Then we would be aware that when I mean a "hit," I mean a top selling single, or a song most used in media afterward, or the most covered songs, or the most famous, or the ones most relevant only to my generation, or the ones that crossed international boundaries, or only the ones that were big in England, or only the ones big in America. We could still both be right, but the fact is we don't have *that* good of a common definition for "hit," considering that none of the factors I mentioned are necessarily more important than others. You could choose to define "hit" according only to gross total international sales adjusted for inflation, but then you'd find that Jimi Hendrix's "biggest hit" is Purple Haze, which rarely tops the list of his hits, because today his blues standards and covers are more well regarded.

So, while you can sketch the outline of a classic, you cannot get at the heart of it for the purposes of exclusion. Sorry, it's just not going to work. Argue that something has no artistic merit, and you will get closer to being right.

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The White Whale
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See, I would go and find a musical authority. I don't know, Rolling Stone magazine, and see what they classify as a hit and what they call the Beatles top 10 hits. Because they clearly have thought about it more, have a large following, and would have the definition of hits that would most likely be accepted by the most people.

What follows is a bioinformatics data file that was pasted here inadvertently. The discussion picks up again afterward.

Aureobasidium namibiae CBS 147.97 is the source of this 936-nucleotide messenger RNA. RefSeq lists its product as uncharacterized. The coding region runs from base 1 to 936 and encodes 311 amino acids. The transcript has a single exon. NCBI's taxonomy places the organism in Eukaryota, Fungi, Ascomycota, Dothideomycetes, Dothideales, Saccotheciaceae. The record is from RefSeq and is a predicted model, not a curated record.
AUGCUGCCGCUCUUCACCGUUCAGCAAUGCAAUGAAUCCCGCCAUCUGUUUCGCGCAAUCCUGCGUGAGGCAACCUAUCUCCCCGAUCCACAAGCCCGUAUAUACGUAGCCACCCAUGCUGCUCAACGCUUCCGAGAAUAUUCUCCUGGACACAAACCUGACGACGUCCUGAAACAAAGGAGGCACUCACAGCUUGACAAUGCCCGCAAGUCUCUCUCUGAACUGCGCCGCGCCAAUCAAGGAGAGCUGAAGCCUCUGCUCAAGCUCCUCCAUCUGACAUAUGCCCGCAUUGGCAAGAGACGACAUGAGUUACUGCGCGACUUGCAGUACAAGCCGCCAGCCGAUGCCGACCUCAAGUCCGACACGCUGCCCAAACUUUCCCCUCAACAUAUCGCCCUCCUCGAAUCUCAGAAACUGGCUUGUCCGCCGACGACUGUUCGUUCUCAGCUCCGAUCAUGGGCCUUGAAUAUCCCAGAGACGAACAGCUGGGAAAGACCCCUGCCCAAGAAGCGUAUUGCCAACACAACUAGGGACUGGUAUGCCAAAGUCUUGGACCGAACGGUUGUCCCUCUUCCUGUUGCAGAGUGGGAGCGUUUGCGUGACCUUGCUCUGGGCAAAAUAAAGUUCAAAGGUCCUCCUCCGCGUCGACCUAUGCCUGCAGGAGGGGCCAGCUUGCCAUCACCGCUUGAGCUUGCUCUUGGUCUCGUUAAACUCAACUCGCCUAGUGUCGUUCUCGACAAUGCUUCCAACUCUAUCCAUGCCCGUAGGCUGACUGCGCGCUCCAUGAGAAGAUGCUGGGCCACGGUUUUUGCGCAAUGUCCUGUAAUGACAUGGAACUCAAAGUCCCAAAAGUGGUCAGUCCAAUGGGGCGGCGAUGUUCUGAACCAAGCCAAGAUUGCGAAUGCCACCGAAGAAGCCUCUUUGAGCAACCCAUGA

But I don't really think this discussion is getting anywhere anymore. I see what you're saying, you see what I'm saying.

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Orincoro
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Well, if you have so little faith in your own judgment, I'm not surprised you define a classic as something that comes stamped with a gold star and a 20th to 50th anniversary collector's edition sticker.
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The White Whale
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Whoa, whoa, whoa. This has nothing to do with faith in my own judgment. It's a recognition that I do not know everything, that other people or groups of people know more than I do, and there are some things which I think is best deferred to them. I believe that defining what are movie classics is one of these things.

If you wanted me to define all of the movies that I personally thought should be classic, I could come up with a list quite different from this classic list we've been arguing about, and I would gladly defend each and every movie. I could do the same for music as well. But that would be pointless, because I'm fairly certain you would lambaste me anyways.